If you want to become more green, save some money on your bills going forward and you are finding yourself at home more during the day, then yes, solar power could be the best investment for you. But it could take you anywhere up to 20 years to earn back the cost of them, depending on the size of your panel installation.

Before investing, make sure you calculate your annual energy usage and the size of installation needed to make it a viable option. Most homes in the UK will use 3,700kWh on average every year and to produce this much energy every year, your installation would need to be at least 4kW. So make sure you are comparing your energy usage.

You should also look at if your roof is suitable for solar panels, as the direction of your roof will also make a huge difference to your energy production. Those with south facing roofs are more likely to generate more energy as you have more hours of sunshine, compared to that of a North facing roof that will receive less hours of sunshine. Energy is still generated in daylight, but not to its maximum potential.

Are there any large trees shadowing your roof? Shadows can cause you to not produce as much electricity as the shadows block the rays. Make sure your panels are positioned in full sunshine.

Does your energy provider contribute through the SEG Scheme? Before jumping to install solar panels, check if your energy provider will pay you for the excess electricity you don’t use through the SEG. If you aren’t with one that will pay you, consider switching to a different energy provider, perhaps a larger one which supports the SEG scheme. If you switch energy providers regularly, which is recommended to make sure you get the best tariff deal, then remember to check with each provider when you do to ensure you won’t be left out in the cold this winter by them.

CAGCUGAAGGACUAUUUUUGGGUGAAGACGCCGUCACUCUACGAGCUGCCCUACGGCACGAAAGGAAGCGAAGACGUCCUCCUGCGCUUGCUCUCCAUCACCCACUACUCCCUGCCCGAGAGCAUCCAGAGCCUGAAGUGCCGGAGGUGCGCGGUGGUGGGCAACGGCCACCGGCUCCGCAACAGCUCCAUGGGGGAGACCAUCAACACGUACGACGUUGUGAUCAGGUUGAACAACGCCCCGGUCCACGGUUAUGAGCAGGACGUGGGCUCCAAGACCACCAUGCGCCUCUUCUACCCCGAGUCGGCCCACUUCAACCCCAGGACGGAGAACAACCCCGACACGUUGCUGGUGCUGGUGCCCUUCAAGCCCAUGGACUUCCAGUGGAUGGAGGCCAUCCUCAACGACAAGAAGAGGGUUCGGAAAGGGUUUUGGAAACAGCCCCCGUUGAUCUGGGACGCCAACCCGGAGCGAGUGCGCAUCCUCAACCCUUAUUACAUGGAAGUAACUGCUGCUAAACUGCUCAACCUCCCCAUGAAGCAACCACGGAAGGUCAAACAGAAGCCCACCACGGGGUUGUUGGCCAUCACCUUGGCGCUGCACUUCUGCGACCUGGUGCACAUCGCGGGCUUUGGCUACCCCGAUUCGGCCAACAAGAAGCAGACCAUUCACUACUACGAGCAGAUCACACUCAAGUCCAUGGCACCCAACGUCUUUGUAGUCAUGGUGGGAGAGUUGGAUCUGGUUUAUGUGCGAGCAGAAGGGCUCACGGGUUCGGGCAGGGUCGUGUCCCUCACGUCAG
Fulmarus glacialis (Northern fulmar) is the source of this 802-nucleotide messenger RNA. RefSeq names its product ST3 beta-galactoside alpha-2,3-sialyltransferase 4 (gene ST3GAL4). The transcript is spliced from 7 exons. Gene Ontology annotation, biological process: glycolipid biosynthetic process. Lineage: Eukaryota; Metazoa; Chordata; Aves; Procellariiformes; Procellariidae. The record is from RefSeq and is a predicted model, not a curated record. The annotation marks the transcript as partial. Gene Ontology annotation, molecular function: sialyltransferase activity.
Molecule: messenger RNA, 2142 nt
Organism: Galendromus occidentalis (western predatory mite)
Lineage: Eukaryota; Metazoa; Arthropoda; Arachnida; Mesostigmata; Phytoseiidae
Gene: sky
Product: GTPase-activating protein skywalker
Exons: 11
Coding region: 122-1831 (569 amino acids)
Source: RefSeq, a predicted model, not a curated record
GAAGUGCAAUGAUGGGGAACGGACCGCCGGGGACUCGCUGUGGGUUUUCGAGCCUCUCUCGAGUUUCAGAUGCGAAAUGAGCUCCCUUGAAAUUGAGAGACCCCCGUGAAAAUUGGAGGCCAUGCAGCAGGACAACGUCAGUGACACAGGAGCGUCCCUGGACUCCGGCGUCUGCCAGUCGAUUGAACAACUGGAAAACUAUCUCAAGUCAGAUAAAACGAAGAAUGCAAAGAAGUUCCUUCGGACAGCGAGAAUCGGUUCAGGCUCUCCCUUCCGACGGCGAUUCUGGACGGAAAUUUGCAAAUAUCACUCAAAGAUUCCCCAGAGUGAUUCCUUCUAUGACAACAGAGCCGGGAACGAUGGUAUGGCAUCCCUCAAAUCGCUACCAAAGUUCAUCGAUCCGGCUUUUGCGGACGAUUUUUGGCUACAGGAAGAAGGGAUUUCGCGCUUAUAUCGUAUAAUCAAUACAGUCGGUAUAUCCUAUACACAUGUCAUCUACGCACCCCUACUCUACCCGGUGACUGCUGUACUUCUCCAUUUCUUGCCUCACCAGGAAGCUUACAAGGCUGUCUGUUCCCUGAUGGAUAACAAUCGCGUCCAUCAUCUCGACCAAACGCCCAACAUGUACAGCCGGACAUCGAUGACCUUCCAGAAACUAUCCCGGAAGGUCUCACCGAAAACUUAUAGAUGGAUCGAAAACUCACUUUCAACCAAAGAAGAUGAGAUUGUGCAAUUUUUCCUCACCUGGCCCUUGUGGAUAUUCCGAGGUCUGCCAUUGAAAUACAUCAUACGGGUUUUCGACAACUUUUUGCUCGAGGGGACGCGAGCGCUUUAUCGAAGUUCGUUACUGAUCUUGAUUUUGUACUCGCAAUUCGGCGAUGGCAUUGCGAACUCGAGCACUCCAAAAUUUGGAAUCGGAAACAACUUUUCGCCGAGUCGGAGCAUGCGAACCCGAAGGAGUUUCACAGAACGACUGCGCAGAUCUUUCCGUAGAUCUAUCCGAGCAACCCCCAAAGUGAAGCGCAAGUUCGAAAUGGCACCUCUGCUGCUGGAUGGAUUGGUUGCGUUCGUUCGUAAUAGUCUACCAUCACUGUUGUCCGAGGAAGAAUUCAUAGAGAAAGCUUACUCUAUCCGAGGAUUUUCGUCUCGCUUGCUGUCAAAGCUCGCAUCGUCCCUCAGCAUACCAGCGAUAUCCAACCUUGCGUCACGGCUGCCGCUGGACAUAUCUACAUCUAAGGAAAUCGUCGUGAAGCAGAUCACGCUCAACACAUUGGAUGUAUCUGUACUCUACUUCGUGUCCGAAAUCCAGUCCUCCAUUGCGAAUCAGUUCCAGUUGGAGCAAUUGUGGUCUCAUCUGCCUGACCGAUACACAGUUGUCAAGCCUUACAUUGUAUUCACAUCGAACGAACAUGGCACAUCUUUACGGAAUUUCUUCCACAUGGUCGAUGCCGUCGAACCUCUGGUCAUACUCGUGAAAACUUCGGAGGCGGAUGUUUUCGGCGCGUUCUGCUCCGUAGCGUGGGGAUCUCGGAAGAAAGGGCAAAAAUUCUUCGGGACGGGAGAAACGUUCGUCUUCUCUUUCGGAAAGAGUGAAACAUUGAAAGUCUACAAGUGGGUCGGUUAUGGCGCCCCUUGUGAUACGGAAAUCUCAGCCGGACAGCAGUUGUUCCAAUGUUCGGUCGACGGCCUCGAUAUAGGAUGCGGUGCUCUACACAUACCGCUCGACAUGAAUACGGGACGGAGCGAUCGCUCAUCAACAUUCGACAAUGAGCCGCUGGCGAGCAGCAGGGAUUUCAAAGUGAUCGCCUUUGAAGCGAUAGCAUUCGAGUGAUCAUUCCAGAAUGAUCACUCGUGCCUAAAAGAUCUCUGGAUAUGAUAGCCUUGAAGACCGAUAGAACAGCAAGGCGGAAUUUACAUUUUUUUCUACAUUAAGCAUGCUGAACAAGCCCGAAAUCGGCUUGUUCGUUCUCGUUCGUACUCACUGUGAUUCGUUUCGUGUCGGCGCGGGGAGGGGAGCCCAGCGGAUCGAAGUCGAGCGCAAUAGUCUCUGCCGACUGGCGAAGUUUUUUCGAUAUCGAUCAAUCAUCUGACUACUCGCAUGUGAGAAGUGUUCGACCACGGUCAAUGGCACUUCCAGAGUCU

So if you’re considering getting solar panels installed, remember to ask yourself these questions first:

  • Do you spend enough time at home during the day to use the energy when it’s generated?
  • Would you consider battery storage for any unused energy generated? (if you aren’t home as much in the day)
  • Are there any trees creating shadows on your roof? (any trees you cannot control/chop down)
  • How much energy do you use?
  • What size solar PV system would you require to be able to meet your annual usage needs? Or even half your usage needs to allow for cheaper bills?
  • Is your roof large enough to take this size of solar PV system? And is it facing in a suitable direction to get the most energy.

These practical questions will help you narrow down your true options when it comes to solar panels and to find out if they are a viable solution for your home.

If you’re thinking that solar panels aren’t worth it for your home and energy needs, then maybe it is worth looking into alternative ways you can save money around the home or alternative ways to be more eco-friendly.